IYRS Students Launch Careers and Boats on Graduation Day

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On Saturday, June 1, students from the IYRS Boatbuilding & Restoration Program will launch their careers into the workforce, along with the boats they restored this past year, at the school’s annual Graduation & Launch Day. International sports figure and North Sails President Ken Read will help mark the start of students’ career paths as featured graduation speaker at this marine trades and technology school in Rhode Island.

IYRS students sea-trail a classic boat they restored on graduation day

On Saturday, June 1, students from the IYRS Boatbuilding & Restoration Program will launch their careers into the workforce, along with the boats they restored this past year, at the school’s annual Graduation & Launch Day. International sports figure and North Sails President Ken Read will help mark the start of students’ career paths as featured graduation speaker at this marine trades and technology school in Rhode Island.

Read is a fitting person to clue IYRS graduates into the opportunities that lie ahead for those with craftsmanship skills and a passion for working with their hands around boats. Through sailing, Read built a career that, as he says, “I would not trade with anybody.” He grew up sailing at Barrington Yacht Club and became a global name in the sport as a sailmaker and multiple world-class champion, America’s Cup sailor, and two-time Volvo Ocean Race skipper for Puma Ocean Racing. As of January of this year, he became president of North Sails and now works from his office at the IYRS Mill Building.

Read will talk to students and IYRS supporters on graduation day, sharing his advice and the story of his career path in a field that held opportunities he never even dreamt were possible as a young man. But he laments that not enough young people know about the career opportunities his field holds and is an ardent supporter of IYRS as a school that is helping to effect change on that front: “In the United States, we don’t do a great job of creating the educational means for people to take the marine industry or professional sailing seriously as a life goal,” said Read. “Places like IYRS are so badly needed.”

The public is welcome to join Launch Day festivities and see the fine craftsmanship produced by students. Graduation ceremonies begin at the IYRS Newport campus (449 Thames Street) at 10:00 am inside Restoration Hall. After the inside portion of the ceremony, the crowd will migrate to the school docks to watch the launching of the fleet.

Graduates of the IYRS Composites Technology and Marine Systems programs, who matriculated from these six-month programs this past February, will also be honored on June 1. Eighty-six percent of the graduates from these programs are now working in the fields they trained for, or have continued on to other IYRS programs to round out their training.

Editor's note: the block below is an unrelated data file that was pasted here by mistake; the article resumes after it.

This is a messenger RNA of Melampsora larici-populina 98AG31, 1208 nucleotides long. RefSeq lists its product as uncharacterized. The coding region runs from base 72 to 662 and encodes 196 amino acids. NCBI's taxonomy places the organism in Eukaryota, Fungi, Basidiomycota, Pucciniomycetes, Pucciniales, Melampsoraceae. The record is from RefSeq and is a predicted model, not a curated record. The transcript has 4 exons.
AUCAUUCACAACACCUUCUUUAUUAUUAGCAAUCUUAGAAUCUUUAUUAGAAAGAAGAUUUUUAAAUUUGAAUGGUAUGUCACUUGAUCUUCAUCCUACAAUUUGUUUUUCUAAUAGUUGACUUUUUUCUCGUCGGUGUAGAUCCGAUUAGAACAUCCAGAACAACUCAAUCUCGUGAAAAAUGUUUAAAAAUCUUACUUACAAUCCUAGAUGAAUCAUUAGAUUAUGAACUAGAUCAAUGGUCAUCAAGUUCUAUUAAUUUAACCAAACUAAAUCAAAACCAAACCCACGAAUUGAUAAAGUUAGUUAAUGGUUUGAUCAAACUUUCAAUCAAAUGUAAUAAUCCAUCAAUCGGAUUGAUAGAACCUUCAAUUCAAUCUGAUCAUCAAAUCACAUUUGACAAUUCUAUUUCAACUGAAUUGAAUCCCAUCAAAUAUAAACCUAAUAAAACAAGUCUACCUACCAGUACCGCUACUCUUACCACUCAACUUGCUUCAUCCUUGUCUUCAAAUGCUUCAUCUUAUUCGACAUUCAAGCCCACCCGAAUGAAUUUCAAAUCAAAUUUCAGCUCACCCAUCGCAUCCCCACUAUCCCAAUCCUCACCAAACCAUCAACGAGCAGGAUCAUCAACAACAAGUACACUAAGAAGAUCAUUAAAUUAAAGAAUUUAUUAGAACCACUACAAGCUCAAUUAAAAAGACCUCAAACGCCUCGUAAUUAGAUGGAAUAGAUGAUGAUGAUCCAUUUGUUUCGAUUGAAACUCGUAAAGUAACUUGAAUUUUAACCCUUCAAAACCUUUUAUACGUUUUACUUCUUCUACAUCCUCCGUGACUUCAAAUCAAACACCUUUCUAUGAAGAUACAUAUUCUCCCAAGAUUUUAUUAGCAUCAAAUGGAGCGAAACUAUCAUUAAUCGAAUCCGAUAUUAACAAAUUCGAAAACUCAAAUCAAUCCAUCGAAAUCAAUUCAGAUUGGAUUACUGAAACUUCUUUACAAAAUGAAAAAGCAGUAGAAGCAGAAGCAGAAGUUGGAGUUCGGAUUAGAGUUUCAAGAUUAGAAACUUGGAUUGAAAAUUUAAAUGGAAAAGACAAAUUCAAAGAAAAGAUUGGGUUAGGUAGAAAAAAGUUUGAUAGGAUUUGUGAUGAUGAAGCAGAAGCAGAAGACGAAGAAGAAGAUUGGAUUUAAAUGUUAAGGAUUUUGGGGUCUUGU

Composites Technology grads are working with companies located on the U.S. East Coast, Hawaii and the U.K. that are using composite materials to build a range of structures: from superyachts to custom surfboards, to architectural designs. Marine Systems grads are working onboard boats or at marine businesses located along the U.S. East Coast.

On Graduation Day, Boatbuilding & Restoration students will launch a fleet of Beetle Cats, a small 12-foot catboat whose design dates to 1921; an elegant 25-foot twin-cockpit motor launch that has been restored to yacht-quality standards with teak decks and a double-planked mahogany over white cedar hull; a Herreshoff Fish-Class sloop, a 20-foot design created in 1916 when Nathanael Herreshoff expanded the lines from his well-known 12 ½ sailboats; and an 11-foot Class B One-Design frostbite dinghy, a design that was originally produced at the Herreshoff Manufacturing Company in the 1930s.

Two graduates of the Boatbuilding & Restoration Program will continue their studies in Rhode Island at Roger Williams University, taking advantage of a new program launched this past winter where IYRS students can follow a direct pathway from their experiential training in craftsmanship and technical skill to a comprehensive college education.

IYRS attracts an international class of students each year to its three full-time programs. This year’s graduating classes, including those from all three programs to graduate in 2013, include students from 14 states as well as Australia, Bermuda, Grand Cayman, South Korea and the United Kingdom.

IYRS is a marine trades and technology school that trains individuals for careers in the marine industry and associated fields that utilize wood- and composites-building technology. The school trains craftsmen and skilled technicians in three full-time programs—in Boatbuilding & Restoration, Marine Systems, and Composites Technology—that all emphasize experiential, hands-on learning and career preparation. IYRS maintains two campuses in Rhode Island: a waterfront campus on Newport’s historic Thames Street, and a Bristol facility located amidst an active hub of composites- and marine-industry activity. The school’s Composites Technology Program is sponsored by the U.S. Department of Labor, Employment and Training Administration.

For more information, visit http://www.iyrs.edu

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Cynthia Goss
IYRS
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